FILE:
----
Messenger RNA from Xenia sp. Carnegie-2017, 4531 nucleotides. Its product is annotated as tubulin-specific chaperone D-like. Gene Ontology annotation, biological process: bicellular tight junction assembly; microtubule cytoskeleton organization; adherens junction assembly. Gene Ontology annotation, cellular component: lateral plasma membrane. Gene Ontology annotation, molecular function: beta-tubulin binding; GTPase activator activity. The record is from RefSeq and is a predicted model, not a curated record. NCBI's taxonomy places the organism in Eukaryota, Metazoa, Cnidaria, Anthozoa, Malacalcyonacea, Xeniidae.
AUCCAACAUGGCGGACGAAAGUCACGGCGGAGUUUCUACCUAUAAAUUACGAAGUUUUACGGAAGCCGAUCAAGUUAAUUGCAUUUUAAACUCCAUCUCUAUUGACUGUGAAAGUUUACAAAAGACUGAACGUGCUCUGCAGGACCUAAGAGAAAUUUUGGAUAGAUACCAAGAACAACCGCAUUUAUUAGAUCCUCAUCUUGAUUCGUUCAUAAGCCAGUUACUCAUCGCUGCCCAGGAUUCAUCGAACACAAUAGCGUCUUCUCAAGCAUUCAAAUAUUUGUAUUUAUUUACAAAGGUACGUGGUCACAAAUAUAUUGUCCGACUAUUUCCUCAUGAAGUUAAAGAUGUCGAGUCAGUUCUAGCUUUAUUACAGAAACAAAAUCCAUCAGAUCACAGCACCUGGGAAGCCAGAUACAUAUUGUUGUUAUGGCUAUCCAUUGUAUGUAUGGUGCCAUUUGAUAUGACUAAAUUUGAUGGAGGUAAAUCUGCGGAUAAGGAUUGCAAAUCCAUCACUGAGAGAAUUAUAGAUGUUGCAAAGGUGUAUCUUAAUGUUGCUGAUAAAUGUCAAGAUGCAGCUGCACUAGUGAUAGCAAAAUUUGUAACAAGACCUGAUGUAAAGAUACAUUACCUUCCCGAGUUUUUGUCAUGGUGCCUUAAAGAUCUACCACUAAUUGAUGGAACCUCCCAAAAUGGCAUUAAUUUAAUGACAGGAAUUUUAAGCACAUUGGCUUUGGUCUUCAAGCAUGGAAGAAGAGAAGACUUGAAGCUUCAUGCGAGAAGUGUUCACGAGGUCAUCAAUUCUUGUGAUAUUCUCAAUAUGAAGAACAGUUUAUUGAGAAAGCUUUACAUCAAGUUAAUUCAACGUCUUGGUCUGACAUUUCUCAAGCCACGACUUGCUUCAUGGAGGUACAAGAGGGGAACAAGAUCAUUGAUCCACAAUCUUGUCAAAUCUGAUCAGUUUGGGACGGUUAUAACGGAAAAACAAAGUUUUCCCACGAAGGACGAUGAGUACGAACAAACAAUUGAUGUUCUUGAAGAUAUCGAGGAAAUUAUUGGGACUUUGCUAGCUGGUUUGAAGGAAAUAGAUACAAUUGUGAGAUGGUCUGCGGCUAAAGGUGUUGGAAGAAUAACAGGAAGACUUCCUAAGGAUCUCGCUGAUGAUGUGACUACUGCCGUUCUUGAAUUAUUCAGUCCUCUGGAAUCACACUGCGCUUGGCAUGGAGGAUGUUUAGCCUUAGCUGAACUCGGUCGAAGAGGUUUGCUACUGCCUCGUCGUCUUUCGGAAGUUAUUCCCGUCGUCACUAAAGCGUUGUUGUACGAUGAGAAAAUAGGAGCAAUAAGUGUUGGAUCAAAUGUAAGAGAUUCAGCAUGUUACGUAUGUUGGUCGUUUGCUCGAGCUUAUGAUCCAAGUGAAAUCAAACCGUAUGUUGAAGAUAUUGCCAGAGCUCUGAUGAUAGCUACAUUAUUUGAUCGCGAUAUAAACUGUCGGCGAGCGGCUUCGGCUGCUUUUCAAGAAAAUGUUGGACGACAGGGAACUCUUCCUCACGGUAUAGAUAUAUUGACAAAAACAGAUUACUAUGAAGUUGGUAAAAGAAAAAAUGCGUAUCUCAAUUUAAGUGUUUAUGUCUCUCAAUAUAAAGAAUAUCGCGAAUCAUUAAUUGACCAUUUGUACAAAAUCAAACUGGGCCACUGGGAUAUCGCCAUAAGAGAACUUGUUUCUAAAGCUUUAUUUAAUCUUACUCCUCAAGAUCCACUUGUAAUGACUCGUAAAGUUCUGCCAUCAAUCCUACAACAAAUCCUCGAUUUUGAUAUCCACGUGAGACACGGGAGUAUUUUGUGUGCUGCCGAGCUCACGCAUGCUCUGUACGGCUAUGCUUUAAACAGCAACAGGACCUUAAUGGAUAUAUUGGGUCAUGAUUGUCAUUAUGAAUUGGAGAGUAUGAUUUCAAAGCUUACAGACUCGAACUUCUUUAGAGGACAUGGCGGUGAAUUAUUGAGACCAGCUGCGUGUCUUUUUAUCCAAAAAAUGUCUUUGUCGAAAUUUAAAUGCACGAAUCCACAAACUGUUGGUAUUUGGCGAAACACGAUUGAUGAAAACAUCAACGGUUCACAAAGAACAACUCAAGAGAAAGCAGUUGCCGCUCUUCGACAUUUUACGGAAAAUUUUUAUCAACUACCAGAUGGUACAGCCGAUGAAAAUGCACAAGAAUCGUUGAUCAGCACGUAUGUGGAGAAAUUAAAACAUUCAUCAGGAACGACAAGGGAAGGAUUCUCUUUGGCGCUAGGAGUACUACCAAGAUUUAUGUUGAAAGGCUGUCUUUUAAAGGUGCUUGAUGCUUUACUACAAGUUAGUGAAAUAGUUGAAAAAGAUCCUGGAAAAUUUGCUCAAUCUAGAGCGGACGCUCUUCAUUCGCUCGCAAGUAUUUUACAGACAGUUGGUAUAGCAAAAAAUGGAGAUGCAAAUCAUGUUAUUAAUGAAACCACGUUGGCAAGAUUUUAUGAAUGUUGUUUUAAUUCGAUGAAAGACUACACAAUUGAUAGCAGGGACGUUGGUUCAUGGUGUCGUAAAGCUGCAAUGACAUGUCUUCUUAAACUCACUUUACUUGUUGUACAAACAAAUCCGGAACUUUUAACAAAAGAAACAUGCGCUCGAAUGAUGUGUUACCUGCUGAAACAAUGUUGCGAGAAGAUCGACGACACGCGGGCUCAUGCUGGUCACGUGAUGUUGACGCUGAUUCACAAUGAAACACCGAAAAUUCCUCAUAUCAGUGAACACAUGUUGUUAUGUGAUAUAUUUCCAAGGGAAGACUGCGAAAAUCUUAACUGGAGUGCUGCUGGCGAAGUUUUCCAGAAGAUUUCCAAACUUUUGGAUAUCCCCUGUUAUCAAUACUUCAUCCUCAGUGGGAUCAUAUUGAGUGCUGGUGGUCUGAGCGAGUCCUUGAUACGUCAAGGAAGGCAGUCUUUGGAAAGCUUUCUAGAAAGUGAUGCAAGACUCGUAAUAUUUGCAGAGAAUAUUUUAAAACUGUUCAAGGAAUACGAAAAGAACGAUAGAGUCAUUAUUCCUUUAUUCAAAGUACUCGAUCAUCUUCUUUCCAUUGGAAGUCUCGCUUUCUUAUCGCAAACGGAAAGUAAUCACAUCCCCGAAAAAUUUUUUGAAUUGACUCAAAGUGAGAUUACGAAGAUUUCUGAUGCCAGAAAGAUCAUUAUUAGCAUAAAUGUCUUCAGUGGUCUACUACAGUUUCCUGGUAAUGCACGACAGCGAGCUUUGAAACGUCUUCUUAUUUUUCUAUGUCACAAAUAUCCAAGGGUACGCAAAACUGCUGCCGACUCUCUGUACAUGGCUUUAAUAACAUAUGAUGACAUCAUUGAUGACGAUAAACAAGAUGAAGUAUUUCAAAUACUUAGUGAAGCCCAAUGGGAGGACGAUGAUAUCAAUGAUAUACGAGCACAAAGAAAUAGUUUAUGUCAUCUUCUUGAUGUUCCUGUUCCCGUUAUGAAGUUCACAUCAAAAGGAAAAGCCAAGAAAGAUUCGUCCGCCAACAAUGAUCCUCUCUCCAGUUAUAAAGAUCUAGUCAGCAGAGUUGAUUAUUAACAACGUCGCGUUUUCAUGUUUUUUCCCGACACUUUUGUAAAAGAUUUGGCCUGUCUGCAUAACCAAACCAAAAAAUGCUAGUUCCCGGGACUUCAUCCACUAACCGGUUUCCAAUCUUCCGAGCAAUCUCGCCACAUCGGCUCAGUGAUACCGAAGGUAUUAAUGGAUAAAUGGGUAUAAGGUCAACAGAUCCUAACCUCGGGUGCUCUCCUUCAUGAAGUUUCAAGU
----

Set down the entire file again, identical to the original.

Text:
Messenger RNA from Xenia sp. Carnegie-2017, 4531 nucleotides. Its product is annotated as tubulin-specific chaperone D-like. Gene Ontology annotation, biological process: bicellular tight junction assembly; microtubule cytoskeleton organization; adherens junction assembly. Gene Ontology annotation, cellular component: lateral plasma membrane. Gene Ontology annotation, molecular function: beta-tubulin binding; GTPase activator activity. The record is from RefSeq and is a predicted model, not a curated record. NCBI's taxonomy places the organism in Eukaryota, Metazoa, Cnidaria, Anthozoa, Malacalcyonacea, Xeniidae.
AUCCAACAUGGCGGACGAAAGUCACGGCGGAGUUUCUACCUAUAAAUUACGAAGUUUUACGGAAGCCGAUCAAGUUAAUUGCAUUUUAAACUCCAUCUCUAUUGACUGUGAAAGUUUACAAAAGACUGAACGUGCUCUGCAGGACCUAAGAGAAAUUUUGGAUAGAUACCAAGAACAACCGCAUUUAUUAGAUCCUCAUCUUGAUUCGUUCAUAAGCCAGUUACUCAUCGCUGCCCAGGAUUCAUCGAACACAAUAGCGUCUUCUCAAGCAUUCAAAUAUUUGUAUUUAUUUACAAAGGUACGUGGUCACAAAUAUAUUGUCCGACUAUUUCCUCAUGAAGUUAAAGAUGUCGAGUCAGUUCUAGCUUUAUUACAGAAACAAAAUCCAUCAGAUCACAGCACCUGGGAAGCCAGAUACAUAUUGUUGUUAUGGCUAUCCAUUGUAUGUAUGGUGCCAUUUGAUAUGACUAAAUUUGAUGGAGGUAAAUCUGCGGAUAAGGAUUGCAAAUCCAUCACUGAGAGAAUUAUAGAUGUUGCAAAGGUGUAUCUUAAUGUUGCUGAUAAAUGUCAAGAUGCAGCUGCACUAGUGAUAGCAAAAUUUGUAACAAGACCUGAUGUAAAGAUACAUUACCUUCCCGAGUUUUUGUCAUGGUGCCUUAAAGAUCUACCACUAAUUGAUGGAACCUCCCAAAAUGGCAUUAAUUUAAUGACAGGAAUUUUAAGCACAUUGGCUUUGGUCUUCAAGCAUGGAAGAAGAGAAGACUUGAAGCUUCAUGCGAGAAGUGUUCACGAGGUCAUCAAUUCUUGUGAUAUUCUCAAUAUGAAGAACAGUUUAUUGAGAAAGCUUUACAUCAAGUUAAUUCAACGUCUUGGUCUGACAUUUCUCAAGCCACGACUUGCUUCAUGGAGGUACAAGAGGGGAACAAGAUCAUUGAUCCACAAUCUUGUCAAAUCUGAUCAGUUUGGGACGGUUAUAACGGAAAAACAAAGUUUUCCCACGAAGGACGAUGAGUACGAACAAACAAUUGAUGUUCUUGAAGAUAUCGAGGAAAUUAUUGGGACUUUGCUAGCUGGUUUGAAGGAAAUAGAUACAAUUGUGAGAUGGUCUGCGGCUAAAGGUGUUGGAAGAAUAACAGGAAGACUUCCUAAGGAUCUCGCUGAUGAUGUGACUACUGCCGUUCUUGAAUUAUUCAGUCCUCUGGAAUCACACUGCGCUUGGCAUGGAGGAUGUUUAGCCUUAGCUGAACUCGGUCGAAGAGGUUUGCUACUGCCUCGUCGUCUUUCGGAAGUUAUUCCCGUCGUCACUAAAGCGUUGUUGUACGAUGAGAAAAUAGGAGCAAUAAGUGUUGGAUCAAAUGUAAGAGAUUCAGCAUGUUACGUAUGUUGGUCGUUUGCUCGAGCUUAUGAUCCAAGUGAAAUCAAACCGUAUGUUGAAGAUAUUGCCAGAGCUCUGAUGAUAGCUACAUUAUUUGAUCGCGAUAUAAACUGUCGGCGAGCGGCUUCGGCUGCUUUUCAAGAAAAUGUUGGACGACAGGGAACUCUUCCUCACGGUAUAGAUAUAUUGACAAAAACAGAUUACUAUGAAGUUGGUAAAAGAAAAAAUGCGUAUCUCAAUUUAAGUGUUUAUGUCUCUCAAUAUAAAGAAUAUCGCGAAUCAUUAAUUGACCAUUUGUACAAAAUCAAACUGGGCCACUGGGAUAUCGCCAUAAGAGAACUUGUUUCUAAAGCUUUAUUUAAUCUUACUCCUCAAGAUCCACUUGUAAUGACUCGUAAAGUUCUGCCAUCAAUCCUACAACAAAUCCUCGAUUUUGAUAUCCACGUGAGACACGGGAGUAUUUUGUGUGCUGCCGAGCUCACGCAUGCUCUGUACGGCUAUGCUUUAAACAGCAACAGGACCUUAAUGGAUAUAUUGGGUCAUGAUUGUCAUUAUGAAUUGGAGAGUAUGAUUUCAAAGCUUACAGACUCGAACUUCUUUAGAGGACAUGGCGGUGAAUUAUUGAGACCAGCUGCGUGUCUUUUUAUCCAAAAAAUGUCUUUGUCGAAAUUUAAAUGCACGAAUCCACAAACUGUUGGUAUUUGGCGAAACACGAUUGAUGAAAACAUCAACGGUUCACAAAGAACAACUCAAGAGAAAGCAGUUGCCGCUCUUCGACAUUUUACGGAAAAUUUUUAUCAACUACCAGAUGGUACAGCCGAUGAAAAUGCACAAGAAUCGUUGAUCAGCACGUAUGUGGAGAAAUUAAAACAUUCAUCAGGAACGACAAGGGAAGGAUUCUCUUUGGCGCUAGGAGUACUACCAAGAUUUAUGUUGAAAGGCUGUCUUUUAAAGGUGCUUGAUGCUUUACUACAAGUUAGUGAAAUAGUUGAAAAAGAUCCUGGAAAAUUUGCUCAAUCUAGAGCGGACGCUCUUCAUUCGCUCGCAAGUAUUUUACAGACAGUUGGUAUAGCAAAAAAUGGAGAUGCAAAUCAUGUUAUUAAUGAAACCACGUUGGCAAGAUUUUAUGAAUGUUGUUUUAAUUCGAUGAAAGACUACACAAUUGAUAGCAGGGACGUUGGUUCAUGGUGUCGUAAAGCUGCAAUGACAUGUCUUCUUAAACUCACUUUACUUGUUGUACAAACAAAUCCGGAACUUUUAACAAAAGAAACAUGCGCUCGAAUGAUGUGUUACCUGCUGAAACAAUGUUGCGAGAAGAUCGACGACACGCGGGCUCAUGCUGGUCACGUGAUGUUGACGCUGAUUCACAAUGAAACACCGAAAAUUCCUCAUAUCAGUGAACACAUGUUGUUAUGUGAUAUAUUUCCAAGGGAAGACUGCGAAAAUCUUAACUGGAGUGCUGCUGGCGAAGUUUUCCAGAAGAUUUCCAAACUUUUGGAUAUCCCCUGUUAUCAAUACUUCAUCCUCAGUGGGAUCAUAUUGAGUGCUGGUGGUCUGAGCGAGUCCUUGAUACGUCAAGGAAGGCAGUCUUUGGAAAGCUUUCUAGAAAGUGAUGCAAGACUCGUAAUAUUUGCAGAGAAUAUUUUAAAACUGUUCAAGGAAUACGAAAAGAACGAUAGAGUCAUUAUUCCUUUAUUCAAAGUACUCGAUCAUCUUCUUUCCAUUGGAAGUCUCGCUUUCUUAUCGCAAACGGAAAGUAAUCACAUCCCCGAAAAAUUUUUUGAAUUGACUCAAAGUGAGAUUACGAAGAUUUCUGAUGCCAGAAAGAUCAUUAUUAGCAUAAAUGUCUUCAGUGGUCUACUACAGUUUCCUGGUAAUGCACGACAGCGAGCUUUGAAACGUCUUCUUAUUUUUCUAUGUCACAAAUAUCCAAGGGUACGCAAAACUGCUGCCGACUCUCUGUACAUGGCUUUAAUAACAUAUGAUGACAUCAUUGAUGACGAUAAACAAGAUGAAGUAUUUCAAAUACUUAGUGAAGCCCAAUGGGAGGACGAUGAUAUCAAUGAUAUACGAGCACAAAGAAAUAGUUUAUGUCAUCUUCUUGAUGUUCCUGUUCCCGUUAUGAAGUUCACAUCAAAAGGAAAAGCCAAGAAAGAUUCGUCCGCCAACAAUGAUCCUCUCUCCAGUUAUAAAGAUCUAGUCAGCAGAGUUGAUUAUUAACAACGUCGCGUUUUCAUGUUUUUUCCCGACACUUUUGUAAAAGAUUUGGCCUGUCUGCAUAACCAAACCAAAAAAUGCUAGUUCCCGGGACUUCAUCCACUAACCGGUUUCCAAUCUUCCGAGCAAUCUCGCCACAUCGGCUCAGUGAUACCGAAGGUAUUAAUGGAUAAAUGGGUAUAAGGUCAACAGAUCCUAACCUCGGGUGCUCUCCUUCAUGAAGUUUCAAGU